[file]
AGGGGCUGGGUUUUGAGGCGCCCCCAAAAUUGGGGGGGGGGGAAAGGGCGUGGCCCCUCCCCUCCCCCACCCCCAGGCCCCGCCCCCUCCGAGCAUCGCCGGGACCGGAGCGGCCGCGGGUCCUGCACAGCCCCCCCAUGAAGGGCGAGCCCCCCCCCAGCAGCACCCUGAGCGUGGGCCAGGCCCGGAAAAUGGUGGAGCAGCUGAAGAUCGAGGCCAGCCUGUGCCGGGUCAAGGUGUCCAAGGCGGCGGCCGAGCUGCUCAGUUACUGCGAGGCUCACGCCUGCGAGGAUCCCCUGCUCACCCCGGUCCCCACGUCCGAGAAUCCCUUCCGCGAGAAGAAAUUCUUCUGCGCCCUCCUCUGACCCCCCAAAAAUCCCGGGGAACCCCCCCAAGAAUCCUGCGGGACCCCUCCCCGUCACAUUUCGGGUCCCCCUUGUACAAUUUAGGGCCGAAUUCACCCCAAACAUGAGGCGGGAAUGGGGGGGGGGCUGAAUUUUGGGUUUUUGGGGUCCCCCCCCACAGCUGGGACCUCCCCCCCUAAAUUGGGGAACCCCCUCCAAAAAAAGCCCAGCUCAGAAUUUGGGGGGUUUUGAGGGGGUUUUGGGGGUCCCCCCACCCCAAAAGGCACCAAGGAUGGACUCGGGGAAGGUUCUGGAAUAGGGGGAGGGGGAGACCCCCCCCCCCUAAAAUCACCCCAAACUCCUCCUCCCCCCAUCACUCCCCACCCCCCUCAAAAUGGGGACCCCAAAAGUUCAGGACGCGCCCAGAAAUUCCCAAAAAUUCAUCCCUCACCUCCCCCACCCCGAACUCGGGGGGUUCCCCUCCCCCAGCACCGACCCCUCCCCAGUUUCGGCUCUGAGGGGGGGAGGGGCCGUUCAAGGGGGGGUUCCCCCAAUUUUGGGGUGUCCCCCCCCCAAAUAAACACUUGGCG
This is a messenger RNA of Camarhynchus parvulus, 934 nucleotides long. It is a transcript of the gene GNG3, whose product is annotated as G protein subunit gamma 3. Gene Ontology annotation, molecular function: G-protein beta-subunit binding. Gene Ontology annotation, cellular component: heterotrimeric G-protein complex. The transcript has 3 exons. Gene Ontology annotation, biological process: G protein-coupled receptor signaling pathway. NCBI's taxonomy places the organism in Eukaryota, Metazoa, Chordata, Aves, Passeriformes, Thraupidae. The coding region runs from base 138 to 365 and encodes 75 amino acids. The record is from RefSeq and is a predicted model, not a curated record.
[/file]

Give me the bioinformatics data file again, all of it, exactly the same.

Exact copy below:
AGGGGCUGGGUUUUGAGGCGCCCCCAAAAUUGGGGGGGGGGGAAAGGGCGUGGCCCCUCCCCUCCCCCACCCCCAGGCCCCGCCCCCUCCGAGCAUCGCCGGGACCGGAGCGGCCGCGGGUCCUGCACAGCCCCCCCAUGAAGGGCGAGCCCCCCCCCAGCAGCACCCUGAGCGUGGGCCAGGCCCGGAAAAUGGUGGAGCAGCUGAAGAUCGAGGCCAGCCUGUGCCGGGUCAAGGUGUCCAAGGCGGCGGCCGAGCUGCUCAGUUACUGCGAGGCUCACGCCUGCGAGGAUCCCCUGCUCACCCCGGUCCCCACGUCCGAGAAUCCCUUCCGCGAGAAGAAAUUCUUCUGCGCCCUCCUCUGACCCCCCAAAAAUCCCGGGGAACCCCCCCAAGAAUCCUGCGGGACCCCUCCCCGUCACAUUUCGGGUCCCCCUUGUACAAUUUAGGGCCGAAUUCACCCCAAACAUGAGGCGGGAAUGGGGGGGGGGCUGAAUUUUGGGUUUUUGGGGUCCCCCCCCACAGCUGGGACCUCCCCCCCUAAAUUGGGGAACCCCCUCCAAAAAAAGCCCAGCUCAGAAUUUGGGGGGUUUUGAGGGGGUUUUGGGGGUCCCCCCACCCCAAAAGGCACCAAGGAUGGACUCGGGGAAGGUUCUGGAAUAGGGGGAGGGGGAGACCCCCCCCCCCUAAAAUCACCCCAAACUCCUCCUCCCCCCAUCACUCCCCACCCCCCUCAAAAUGGGGACCCCAAAAGUUCAGGACGCGCCCAGAAAUUCCCAAAAAUUCAUCCCUCACCUCCCCCACCCCGAACUCGGGGGGUUCCCCUCCCCCAGCACCGACCCCUCCCCAGUUUCGGCUCUGAGGGGGGGAGGGGCCGUUCAAGGGGGGGUUCCCCCAAUUUUGGGGUGUCCCCCCCCCAAAUAAACACUUGGCG
This is a messenger RNA of Camarhynchus parvulus, 934 nucleotides long. It is a transcript of the gene GNG3, whose product is annotated as G protein subunit gamma 3. Gene Ontology annotation, molecular function: G-protein beta-subunit binding. Gene Ontology annotation, cellular component: heterotrimeric G-protein complex. The transcript has 3 exons. Gene Ontology annotation, biological process: G protein-coupled receptor signaling pathway. NCBI's taxonomy places the organism in Eukaryota, Metazoa, Chordata, Aves, Passeriformes, Thraupidae. The coding region runs from base 138 to 365 and encodes 75 amino acids. The record is from RefSeq and is a predicted model, not a curated record.